“The ability to generate patient-specific cells from the reprogrammed skin cells may allow for improved, individualized, cell-based therapies for wound healing. Potentially, these reprogrammed cells could be used as a tool for drug development, modeling of disease, and transplantation medicine without the ethical issues associated with embryonic stem cells,” said senior author Jonathan Garlick, DDS, PhD, a professor in the department of oral and maxillofacial pathology and director of the division of tissue engineering and cancer biology at TUSDM.

Jonathan Garlick is also a member of the cell, molecular & developmental biology program faculty at the Sackler School of Graduate Biomedical Sciences at Tufts and the director of the Center for Integrated Tissue Engineering (CITE) at TUSDM.

Additional authors of the study are Yulia Shamis, MSc, a PhD candidate in the cell, molecular, and developmental biology program at the Sackler School of Graduate Biomedical Sciences; Elana Knight, BSc, and Avi Smith, BA, both research technicians in the Garlick laboratory; Anna Maione, a PhD student in the cell, molecular & developmental biology program at the Sackler School, and Addy Alt-Holland, PhD, MSc, assistant professor at TUSDM.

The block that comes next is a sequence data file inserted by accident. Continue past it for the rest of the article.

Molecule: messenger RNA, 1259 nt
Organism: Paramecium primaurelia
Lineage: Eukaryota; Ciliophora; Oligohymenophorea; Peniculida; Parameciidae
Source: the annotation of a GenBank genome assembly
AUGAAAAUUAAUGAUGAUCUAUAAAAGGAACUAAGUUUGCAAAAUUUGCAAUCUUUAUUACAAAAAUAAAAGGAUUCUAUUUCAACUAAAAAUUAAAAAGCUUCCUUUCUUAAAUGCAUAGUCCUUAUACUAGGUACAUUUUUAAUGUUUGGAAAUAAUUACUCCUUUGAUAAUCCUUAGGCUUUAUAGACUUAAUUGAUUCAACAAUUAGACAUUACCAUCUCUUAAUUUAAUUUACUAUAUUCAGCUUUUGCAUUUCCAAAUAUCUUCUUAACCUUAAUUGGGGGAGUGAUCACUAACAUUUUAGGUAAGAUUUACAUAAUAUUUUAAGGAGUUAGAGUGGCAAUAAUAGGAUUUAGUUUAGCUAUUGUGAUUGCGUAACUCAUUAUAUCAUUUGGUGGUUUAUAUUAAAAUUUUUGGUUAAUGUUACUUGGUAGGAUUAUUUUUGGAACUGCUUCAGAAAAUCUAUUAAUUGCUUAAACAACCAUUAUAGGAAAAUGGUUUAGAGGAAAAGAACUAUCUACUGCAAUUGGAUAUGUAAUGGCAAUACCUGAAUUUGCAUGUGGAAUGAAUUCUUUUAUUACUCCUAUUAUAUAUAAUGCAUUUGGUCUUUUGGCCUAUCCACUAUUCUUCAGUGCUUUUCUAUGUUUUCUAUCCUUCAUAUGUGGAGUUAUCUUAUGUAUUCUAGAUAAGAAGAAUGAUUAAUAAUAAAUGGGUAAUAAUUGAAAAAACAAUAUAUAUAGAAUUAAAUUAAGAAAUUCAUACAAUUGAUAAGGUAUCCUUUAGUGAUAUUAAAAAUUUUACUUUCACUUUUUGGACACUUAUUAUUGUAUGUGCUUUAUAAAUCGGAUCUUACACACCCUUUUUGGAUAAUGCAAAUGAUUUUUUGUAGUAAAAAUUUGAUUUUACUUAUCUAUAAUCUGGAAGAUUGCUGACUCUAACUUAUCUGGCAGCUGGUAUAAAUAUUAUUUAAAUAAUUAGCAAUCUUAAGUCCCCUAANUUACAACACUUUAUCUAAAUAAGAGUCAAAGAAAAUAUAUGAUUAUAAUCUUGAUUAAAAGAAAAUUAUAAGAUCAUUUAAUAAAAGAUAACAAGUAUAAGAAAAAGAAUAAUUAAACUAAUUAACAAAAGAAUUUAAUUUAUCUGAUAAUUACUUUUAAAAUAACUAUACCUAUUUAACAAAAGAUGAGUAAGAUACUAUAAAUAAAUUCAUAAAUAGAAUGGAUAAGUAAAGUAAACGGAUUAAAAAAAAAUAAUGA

This work was supported by grant # DE017413 to Dr. Garlick from the National Institute for Dental and Craniofacial Research, part of the National Institutes of Health.

Hewitt KJ, Shamis Y, Knight E, Smith A, Maione A, Alt-Holland A, Garlick JA. Journal of Cell Science. “PDGFRbeta Expression and Function in Fibroblasts Derived from Pluripotent Cells is Linked to DNA Demethylation” Published online February 17, 2012, doi: 10.1242/jcs.099192.

About Tufts University School of Dental Medicine
Founded in 1868, Tufts University School of Dental Medicine (TUSDM) is committed to leadership in education, patient care, research and community service. Students obtain an interdisciplinary education, integrated with medicine, with access to training in dental specialties. Clinics managed at TUSDM provide quality comprehensive care to more than 18,000 diverse individuals annually, including those requiring special needs. Nationally and internationally, the School promotes health and educational programs and researches new procedures, materials and technologies to improve oral health.

About Tufts University School of Medicine and the Sackler School of Graduate Biomedical Sciences